Tapeworm Infection in Dogs

Tapeworm in Dogs: Symptoms, Diagnosis, Treatment

As a dog owner, you’ve probably heard about tapeworms. They are tiny parasites that live in the dog’s gut. Tapeworms usually do not cause serious problems and are easy to treat.

Where does tapeworm come from?

There are many kinds of tapeworms, but swallowing a tiny infected flea causes the most common one. The fleas tend to carry the tapeworm’s babies or larvae. So if your dog swallows it, maybe while grooming himself, an adult tapeworm may grow inside the dog’s intestine.

Tapeworms are white, flat worms made up of tiny segments. Every part is about the size of a rice grain. Tapeworms usually attach themselves to your dog’s gut walls with hook-like suckers. It is when they tend to start to grow while feeding.


A tapeworm may grow from 4 to 8 inches long. There are chances that you won’t see the adult worm. As it grows, a few of its segments tend to fall off and pass through the dog’s poop. You may see these tiny parts crawl near your dog’s backside or on the bedding. You may also see them move around in the poop.

The segments of these worms usually tend to die and dry out. They then become hard, yellow specks that stick to the fur around the dog’s bottom.

As tapeworms are irritating, some dogs will scoot, drag their bottoms across the floor, or lick theirs behind quite a lot.

If the tapeworm segments make their way inside your dog’s stomach, they may also make your dog throw up. Then you may eventually see a worm (maybe 5 to 8 inches long) in the dog’s vomit.

If your dog suffers from a heavy tapeworm infection, it may lose weight even though they are eating normally.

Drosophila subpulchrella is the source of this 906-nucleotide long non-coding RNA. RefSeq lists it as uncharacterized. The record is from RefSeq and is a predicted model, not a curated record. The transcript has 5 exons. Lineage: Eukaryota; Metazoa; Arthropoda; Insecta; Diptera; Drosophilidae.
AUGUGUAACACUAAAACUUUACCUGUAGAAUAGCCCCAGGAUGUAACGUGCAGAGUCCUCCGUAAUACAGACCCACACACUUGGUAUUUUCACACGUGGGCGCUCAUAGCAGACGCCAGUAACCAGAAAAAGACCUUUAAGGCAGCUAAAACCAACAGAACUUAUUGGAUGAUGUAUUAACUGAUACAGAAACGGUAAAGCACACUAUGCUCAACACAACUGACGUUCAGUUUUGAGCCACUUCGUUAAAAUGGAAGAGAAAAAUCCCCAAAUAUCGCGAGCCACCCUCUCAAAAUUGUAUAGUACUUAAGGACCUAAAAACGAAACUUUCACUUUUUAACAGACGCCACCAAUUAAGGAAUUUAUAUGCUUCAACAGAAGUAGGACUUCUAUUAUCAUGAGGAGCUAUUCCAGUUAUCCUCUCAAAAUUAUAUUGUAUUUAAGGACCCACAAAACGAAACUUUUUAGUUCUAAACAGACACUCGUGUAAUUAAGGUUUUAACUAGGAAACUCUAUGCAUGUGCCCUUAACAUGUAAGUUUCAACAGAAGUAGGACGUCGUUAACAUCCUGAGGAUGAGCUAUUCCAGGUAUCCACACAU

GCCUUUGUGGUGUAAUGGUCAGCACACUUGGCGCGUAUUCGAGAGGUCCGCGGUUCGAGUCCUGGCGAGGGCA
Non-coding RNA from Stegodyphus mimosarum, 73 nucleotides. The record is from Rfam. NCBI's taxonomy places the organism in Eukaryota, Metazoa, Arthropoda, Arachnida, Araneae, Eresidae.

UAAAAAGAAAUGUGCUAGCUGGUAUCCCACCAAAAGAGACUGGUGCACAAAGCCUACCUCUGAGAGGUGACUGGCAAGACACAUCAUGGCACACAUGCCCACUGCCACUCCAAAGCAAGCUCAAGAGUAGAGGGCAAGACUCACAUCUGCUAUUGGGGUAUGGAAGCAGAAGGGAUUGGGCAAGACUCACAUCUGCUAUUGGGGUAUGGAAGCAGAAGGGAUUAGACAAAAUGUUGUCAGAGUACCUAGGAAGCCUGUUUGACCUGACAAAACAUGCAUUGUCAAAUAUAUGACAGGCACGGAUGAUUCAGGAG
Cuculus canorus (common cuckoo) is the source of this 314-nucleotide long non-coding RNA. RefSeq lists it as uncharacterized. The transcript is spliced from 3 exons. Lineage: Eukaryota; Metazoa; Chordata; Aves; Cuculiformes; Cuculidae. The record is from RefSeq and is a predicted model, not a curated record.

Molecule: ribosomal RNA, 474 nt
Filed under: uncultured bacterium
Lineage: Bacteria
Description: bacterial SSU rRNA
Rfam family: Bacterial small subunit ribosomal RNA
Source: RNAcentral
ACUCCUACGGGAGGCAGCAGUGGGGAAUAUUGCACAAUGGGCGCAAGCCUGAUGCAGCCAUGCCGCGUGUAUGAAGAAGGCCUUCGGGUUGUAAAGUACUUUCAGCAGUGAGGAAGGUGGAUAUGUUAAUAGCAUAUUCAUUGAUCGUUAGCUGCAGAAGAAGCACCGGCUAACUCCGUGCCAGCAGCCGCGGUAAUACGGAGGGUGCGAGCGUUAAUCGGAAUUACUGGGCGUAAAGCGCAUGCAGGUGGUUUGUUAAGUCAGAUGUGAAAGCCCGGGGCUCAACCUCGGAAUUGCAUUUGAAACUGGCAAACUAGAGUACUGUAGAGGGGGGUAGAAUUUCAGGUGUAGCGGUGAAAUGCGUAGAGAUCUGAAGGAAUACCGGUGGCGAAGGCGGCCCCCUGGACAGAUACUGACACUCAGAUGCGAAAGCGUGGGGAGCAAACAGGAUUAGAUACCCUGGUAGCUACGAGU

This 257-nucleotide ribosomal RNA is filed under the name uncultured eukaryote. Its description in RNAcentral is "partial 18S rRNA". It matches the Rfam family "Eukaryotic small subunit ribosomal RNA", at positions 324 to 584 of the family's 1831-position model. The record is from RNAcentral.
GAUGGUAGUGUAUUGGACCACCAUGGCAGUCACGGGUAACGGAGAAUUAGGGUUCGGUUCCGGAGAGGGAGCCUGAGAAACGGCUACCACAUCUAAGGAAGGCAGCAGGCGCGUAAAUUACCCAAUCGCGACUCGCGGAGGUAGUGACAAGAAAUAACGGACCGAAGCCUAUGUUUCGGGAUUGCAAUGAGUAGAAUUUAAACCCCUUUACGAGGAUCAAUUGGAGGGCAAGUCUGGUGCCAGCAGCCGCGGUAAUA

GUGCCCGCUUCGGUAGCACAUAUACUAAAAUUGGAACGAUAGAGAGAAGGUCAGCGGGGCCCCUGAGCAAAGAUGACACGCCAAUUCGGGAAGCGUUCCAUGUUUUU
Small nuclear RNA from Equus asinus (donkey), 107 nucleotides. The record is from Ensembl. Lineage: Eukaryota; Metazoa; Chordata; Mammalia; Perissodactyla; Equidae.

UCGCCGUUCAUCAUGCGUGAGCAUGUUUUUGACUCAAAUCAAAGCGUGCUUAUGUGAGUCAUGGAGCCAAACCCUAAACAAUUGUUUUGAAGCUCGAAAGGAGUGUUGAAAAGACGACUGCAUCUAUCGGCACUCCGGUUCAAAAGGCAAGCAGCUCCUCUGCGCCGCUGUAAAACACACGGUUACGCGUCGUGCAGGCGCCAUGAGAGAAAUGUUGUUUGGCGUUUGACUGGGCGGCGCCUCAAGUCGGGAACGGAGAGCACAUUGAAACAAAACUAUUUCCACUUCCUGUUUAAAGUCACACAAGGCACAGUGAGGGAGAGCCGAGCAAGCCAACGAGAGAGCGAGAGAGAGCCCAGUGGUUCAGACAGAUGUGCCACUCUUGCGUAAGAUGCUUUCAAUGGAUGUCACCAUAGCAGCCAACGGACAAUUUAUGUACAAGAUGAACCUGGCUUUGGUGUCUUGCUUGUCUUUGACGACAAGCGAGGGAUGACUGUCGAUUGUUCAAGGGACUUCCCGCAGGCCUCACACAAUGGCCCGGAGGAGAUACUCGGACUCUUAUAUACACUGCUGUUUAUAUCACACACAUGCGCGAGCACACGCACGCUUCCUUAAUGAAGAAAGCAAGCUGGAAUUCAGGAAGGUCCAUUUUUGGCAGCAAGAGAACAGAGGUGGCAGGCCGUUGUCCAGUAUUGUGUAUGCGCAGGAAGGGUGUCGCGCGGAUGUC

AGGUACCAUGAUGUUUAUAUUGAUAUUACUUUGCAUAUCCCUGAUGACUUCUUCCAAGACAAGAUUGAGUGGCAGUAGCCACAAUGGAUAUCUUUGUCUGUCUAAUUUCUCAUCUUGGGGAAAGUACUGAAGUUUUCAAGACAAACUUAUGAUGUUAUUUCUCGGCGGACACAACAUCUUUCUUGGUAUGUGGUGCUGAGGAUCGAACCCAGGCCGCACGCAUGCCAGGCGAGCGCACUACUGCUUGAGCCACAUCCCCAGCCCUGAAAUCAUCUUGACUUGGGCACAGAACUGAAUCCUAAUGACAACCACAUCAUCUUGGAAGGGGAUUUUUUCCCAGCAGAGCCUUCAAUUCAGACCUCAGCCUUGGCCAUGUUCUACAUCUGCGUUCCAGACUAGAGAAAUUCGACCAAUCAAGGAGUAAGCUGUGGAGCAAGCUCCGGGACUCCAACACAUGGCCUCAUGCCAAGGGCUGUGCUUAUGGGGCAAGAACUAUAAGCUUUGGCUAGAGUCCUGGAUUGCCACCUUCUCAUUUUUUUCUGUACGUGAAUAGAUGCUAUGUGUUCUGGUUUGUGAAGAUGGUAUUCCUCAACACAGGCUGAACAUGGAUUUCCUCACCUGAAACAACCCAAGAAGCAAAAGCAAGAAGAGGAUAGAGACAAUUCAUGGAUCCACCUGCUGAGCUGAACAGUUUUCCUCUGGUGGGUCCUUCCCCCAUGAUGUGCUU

Your vet will confirm the diagnosis after the following:

  • Seeing segments crawling on your dog
  • Seeing eggs or segments in your dog’s poop under a microscope.

Sometimes, you may need several samples since tapeworm eggs and segments are not passed every time your dog poops.


Many safe prescription medicines treat tapeworms in dogs. Your vet tends to choose the right one for your dog. These deworming medications may be given as a tablet or shot. The medicines dissolve the worms, so you will not see them pass when your dog goes to the bathroom.


In many cases, you can prevent tapeworms with a few simple steps:

  • As fleas are a major cause, you should control them both on your little pup and in your yard and home. Talk to your vet about topical liquid treatments, oral medications, collars, powder, or flea spray.
  • You should work with your vet to keep your dog on a deworming plan.
  • Do not let your dog roam unsupervised, especially in places where other animals or dogs have been.
  • Clean up after the pet, especially in parks and in the yard.

Home Remedies for Tapeworms in Dogs

While you find a remedy for tapeworms without going to the vet might be tempting, there are no proven home remedy solutions. However, dewormers are inexpensive and offer proven treatment for tapeworms in dogs.

The ‘home’ remedies that people claim to be effective in preventing and treating tapeworm infestation include:

  • Apple cider vinegar and garlic have been touted as natural preventatives that make the typical gut environment ‘inhospitable’ for immature larvae.
  • Pumpkin seeds and coarsely chosen carrots’ treat’ tapeworm infestation by physically debriding the attached worms from the lining of the intestine that, causes them to pass through the digestive tract and exit with the feces.
  • Turmeric is the gut anti-inflammatory that promotes gut healing following tapeworm infestation.

It is better to consult your vet before attempting to treat your dog with any home remedies or OTC treatments.


It is quite rare, but people can get tapeworms from pets. This is because they must swallow an infected flea, which often happens in children. To be safer, always wash your hands after playing outside or with animals.

Pet medications could be quite costly. However, you can download Pet Rx discount card for better discounts.

Rx Discount Card

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